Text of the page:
While it’s true that highly sensitive people come from all walks of life, inventors, explorers, artists, musicians, mystics, and poets past and present tend to be some of the most sensitive people of all.
People like Princess Diana, comedic actor Robin Williams come to mind for their deeply sensitive sensibilities. But actually so were Albert Einstein and Martin Luther King, Jr.
English primatologist and anthropologist Jane Goodall is also notably highly sensitive by nature: she’s known for her love and study of the wild and social interactions of chimpanzees.
Of course, you don’t have to be famous to be highly sensitive.
“With or without fame, fortune, or genuine-level intelligence and talent, Highly Sensitive People [HSPs] intrinsically know they are somehow different,” says Dr. Layne Daniels.
“The High Sensitivity (HS) that defines their neurological makeup from birth steers them in the direction of supreme qualities like creativity, empathy, and intuition.”
Dr. Daniels says that most profoundly sensitive people will fall under the world’s radar. “They are, after all,‘part of a small-but-significant slice of humanity,” she emphasizes. “And our fast-paced, competitive society doesn’t leave much room for understanding, let alone embracing, people who live outside the bell curve.”
Do Dr. Daniels’ words resonate with you? Have you always suspected yourself to be a highly sensitive person?
Here are ten signs that the special tag of an HSP most likely applies to you.
1) Your emotions are never far below the surface
Are you one of those people who can cry on cue?
All it takes is someone pushing past you on the subway, or a film about a father whose wife dies and he has to put the children up for adoption because of poverty?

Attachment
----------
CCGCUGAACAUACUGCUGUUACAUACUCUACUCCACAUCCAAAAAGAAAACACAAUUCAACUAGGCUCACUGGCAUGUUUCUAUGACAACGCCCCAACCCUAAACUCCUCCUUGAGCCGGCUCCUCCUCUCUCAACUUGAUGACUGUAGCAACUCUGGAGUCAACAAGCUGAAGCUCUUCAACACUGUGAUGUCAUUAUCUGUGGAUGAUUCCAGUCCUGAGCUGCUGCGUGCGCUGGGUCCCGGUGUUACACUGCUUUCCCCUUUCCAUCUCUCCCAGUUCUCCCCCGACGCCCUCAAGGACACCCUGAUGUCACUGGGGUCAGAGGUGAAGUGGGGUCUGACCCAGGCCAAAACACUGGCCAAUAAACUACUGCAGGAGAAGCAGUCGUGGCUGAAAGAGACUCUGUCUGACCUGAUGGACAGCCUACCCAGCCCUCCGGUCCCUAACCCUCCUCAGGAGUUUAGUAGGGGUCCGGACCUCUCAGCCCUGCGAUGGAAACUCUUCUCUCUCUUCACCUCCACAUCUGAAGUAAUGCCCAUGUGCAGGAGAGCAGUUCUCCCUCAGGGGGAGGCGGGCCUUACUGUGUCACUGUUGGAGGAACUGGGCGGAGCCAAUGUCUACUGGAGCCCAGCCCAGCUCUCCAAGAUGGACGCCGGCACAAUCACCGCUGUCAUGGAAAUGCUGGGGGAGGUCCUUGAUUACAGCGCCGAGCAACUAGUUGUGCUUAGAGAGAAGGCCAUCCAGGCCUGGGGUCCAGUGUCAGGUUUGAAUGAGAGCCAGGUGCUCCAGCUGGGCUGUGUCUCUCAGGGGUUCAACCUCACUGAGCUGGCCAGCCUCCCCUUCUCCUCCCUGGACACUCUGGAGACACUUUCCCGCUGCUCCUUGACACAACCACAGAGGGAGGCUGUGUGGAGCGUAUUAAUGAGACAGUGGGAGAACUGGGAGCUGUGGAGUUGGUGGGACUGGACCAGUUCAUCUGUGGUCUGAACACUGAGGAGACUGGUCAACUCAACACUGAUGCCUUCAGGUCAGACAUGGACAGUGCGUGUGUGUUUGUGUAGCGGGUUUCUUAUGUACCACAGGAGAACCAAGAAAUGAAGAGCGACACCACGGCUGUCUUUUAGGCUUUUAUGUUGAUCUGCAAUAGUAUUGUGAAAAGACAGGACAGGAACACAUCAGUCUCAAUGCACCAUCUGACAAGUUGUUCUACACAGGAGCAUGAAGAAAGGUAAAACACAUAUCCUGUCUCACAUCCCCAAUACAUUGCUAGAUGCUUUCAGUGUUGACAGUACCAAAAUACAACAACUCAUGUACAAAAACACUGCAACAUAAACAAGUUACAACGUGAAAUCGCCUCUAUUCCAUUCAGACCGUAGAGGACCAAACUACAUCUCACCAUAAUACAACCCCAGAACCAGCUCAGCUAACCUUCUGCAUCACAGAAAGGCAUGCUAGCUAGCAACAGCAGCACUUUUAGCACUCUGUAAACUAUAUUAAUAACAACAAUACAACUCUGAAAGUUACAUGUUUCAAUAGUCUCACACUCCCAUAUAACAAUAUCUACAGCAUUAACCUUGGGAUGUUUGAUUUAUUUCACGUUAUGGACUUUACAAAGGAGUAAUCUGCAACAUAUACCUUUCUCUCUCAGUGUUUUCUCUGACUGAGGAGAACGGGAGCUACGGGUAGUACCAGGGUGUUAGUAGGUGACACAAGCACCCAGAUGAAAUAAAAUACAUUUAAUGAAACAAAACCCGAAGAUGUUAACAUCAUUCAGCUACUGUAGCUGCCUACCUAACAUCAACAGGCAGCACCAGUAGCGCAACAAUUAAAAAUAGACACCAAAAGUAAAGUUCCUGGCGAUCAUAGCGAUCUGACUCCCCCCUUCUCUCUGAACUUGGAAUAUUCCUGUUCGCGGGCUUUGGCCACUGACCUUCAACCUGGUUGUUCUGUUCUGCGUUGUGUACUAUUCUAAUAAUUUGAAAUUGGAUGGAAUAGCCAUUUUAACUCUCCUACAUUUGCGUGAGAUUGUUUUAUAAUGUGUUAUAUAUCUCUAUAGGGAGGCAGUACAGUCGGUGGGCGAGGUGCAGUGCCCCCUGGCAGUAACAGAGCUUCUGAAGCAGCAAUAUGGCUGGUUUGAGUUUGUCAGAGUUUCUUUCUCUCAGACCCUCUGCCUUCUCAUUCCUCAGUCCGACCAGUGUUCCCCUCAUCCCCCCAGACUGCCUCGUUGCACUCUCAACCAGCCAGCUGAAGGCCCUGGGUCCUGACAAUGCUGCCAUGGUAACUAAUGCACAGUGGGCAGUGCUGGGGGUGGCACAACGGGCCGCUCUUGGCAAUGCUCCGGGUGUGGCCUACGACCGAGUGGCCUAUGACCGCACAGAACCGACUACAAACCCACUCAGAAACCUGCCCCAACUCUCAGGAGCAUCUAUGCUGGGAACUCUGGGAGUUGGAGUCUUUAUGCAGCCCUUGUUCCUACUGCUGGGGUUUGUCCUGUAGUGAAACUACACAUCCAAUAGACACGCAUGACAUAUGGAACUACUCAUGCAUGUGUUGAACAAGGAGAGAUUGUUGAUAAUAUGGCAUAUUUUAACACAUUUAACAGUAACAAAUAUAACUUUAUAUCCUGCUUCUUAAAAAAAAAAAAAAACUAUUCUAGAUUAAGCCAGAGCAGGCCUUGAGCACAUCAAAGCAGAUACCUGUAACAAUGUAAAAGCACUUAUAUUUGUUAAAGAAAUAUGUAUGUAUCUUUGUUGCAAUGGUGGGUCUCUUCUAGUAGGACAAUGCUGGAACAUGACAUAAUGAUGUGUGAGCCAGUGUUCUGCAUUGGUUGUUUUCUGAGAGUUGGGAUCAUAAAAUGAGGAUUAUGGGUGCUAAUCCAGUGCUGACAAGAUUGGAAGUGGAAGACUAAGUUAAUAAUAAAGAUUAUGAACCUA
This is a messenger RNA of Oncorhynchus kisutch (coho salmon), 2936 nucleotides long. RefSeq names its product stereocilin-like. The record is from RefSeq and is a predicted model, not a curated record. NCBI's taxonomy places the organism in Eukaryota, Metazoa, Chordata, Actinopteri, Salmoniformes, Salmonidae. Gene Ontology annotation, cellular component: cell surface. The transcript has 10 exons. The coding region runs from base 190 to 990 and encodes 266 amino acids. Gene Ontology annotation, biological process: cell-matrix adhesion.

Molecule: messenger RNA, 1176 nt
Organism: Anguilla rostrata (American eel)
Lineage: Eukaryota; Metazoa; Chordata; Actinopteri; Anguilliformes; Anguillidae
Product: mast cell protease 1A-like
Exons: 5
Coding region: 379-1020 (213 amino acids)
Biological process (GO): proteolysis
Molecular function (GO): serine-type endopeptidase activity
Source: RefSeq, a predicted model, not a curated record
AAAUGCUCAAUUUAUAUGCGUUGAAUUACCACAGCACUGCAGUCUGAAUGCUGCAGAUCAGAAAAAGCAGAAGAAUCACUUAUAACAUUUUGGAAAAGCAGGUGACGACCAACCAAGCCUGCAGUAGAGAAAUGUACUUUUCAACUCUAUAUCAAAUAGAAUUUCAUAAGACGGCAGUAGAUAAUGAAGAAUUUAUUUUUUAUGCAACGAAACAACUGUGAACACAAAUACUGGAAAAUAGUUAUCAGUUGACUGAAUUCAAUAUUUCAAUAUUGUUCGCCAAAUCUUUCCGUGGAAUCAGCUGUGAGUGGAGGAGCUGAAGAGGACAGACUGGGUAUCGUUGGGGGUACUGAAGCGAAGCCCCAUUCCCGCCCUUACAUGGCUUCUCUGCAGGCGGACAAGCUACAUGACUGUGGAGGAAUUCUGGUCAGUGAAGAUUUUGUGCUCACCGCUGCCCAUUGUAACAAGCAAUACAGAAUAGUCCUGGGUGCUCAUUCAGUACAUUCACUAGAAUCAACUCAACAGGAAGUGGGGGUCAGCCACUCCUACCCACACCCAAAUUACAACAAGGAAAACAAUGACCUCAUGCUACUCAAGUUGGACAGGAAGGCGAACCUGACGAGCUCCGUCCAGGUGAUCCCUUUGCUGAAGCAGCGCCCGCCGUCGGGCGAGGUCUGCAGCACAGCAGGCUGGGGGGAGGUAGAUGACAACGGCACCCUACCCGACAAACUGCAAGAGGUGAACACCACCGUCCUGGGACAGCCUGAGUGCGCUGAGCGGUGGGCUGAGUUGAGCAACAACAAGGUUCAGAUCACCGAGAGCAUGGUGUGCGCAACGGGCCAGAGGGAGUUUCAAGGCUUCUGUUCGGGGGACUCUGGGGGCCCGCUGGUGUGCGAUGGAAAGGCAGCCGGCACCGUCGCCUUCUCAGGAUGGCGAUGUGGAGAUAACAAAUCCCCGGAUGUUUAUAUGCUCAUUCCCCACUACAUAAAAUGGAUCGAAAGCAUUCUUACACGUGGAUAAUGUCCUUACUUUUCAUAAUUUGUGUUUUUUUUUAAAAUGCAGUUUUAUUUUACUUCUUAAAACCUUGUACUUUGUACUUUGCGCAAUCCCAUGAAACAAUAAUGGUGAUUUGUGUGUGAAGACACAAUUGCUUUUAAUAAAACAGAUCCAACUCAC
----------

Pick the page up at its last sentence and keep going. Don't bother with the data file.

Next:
Well, then you’re probably a certified HSP.
If you’re someone who startles easily, it could be because you have a sensitivity chip according to psychologist Olivia Guy Evans.
“Many HSPs have a highly sensitive ‘startle reflex’ and find that if someone sneaks up on them or there is a loud noise, they are more likely to be very startled,” explains Dr. Evans. “This may be because, even in non-threatening situations, their CNS is very sensitive and can react as if there is a danger.”
2) You even absorb other people’s emotions
A few years ago, brain imaging research found that the brains of highly sensitive people are wired somewhat differently.
Intriguingly, the study showed that HSPs consistently showed higher levels of activity in key parts of the brain related to emotional and social processing, says self-development writer Lauren Tritten.
“This higher level of activity was seen even in tests involving strangers, showcasing the highly sensitive person’s incredible ability to extend compassion to people they don’t personally know. However, not surprisingly, the effect was still highest with loved ones.”
As a result of these mirror neurons, highly sensitive people have a heightened sense of empathy.
This means that you can take on other people’s emotions very easily. You may all of the sudden start feeling sad, moody, or stressed out even though they were feeling perfectly fine previously.
Blame it on your neurons!
3) You’re a certified worrier and tend to analyze things from every angle
Do you happen to be someone who holds their breath with worry when you haven’t heard back before long to a text you sent? Does your mind start to strum up worst-case scenarios?
Or maybe you take point-by-point mental notes of a casual conversation you had with your boss, for example. Was she alluding to potential cutbacks down the road? Could your job be in jeopardy?
“You notice every detail and overthink what should be a simple decision, like where to go for lunch. You are prone to getting stuck in the rehashing of the “what-if” rut.”
4) You feel like you don’t fit in
It’s very common for HSPs to feel misunderstood. Conventional society doesn’t seem to value the more delicate nature of highly sensitive people.
“In general, society still values toughness and practicality over sensitivity in many social environments, from politics to business to education,” says Peggy Liu.
“In fact, one of the earliest major studies on high sensitivity found that HSPs are very conscious of being different in terms of their needs, their priorities, and the way they arrange their lives compared to others around them.”
Liu says that when we experience the world through a more sensitive lens, sadly the validity of our experience is often sidelined by people who just can’t understand it.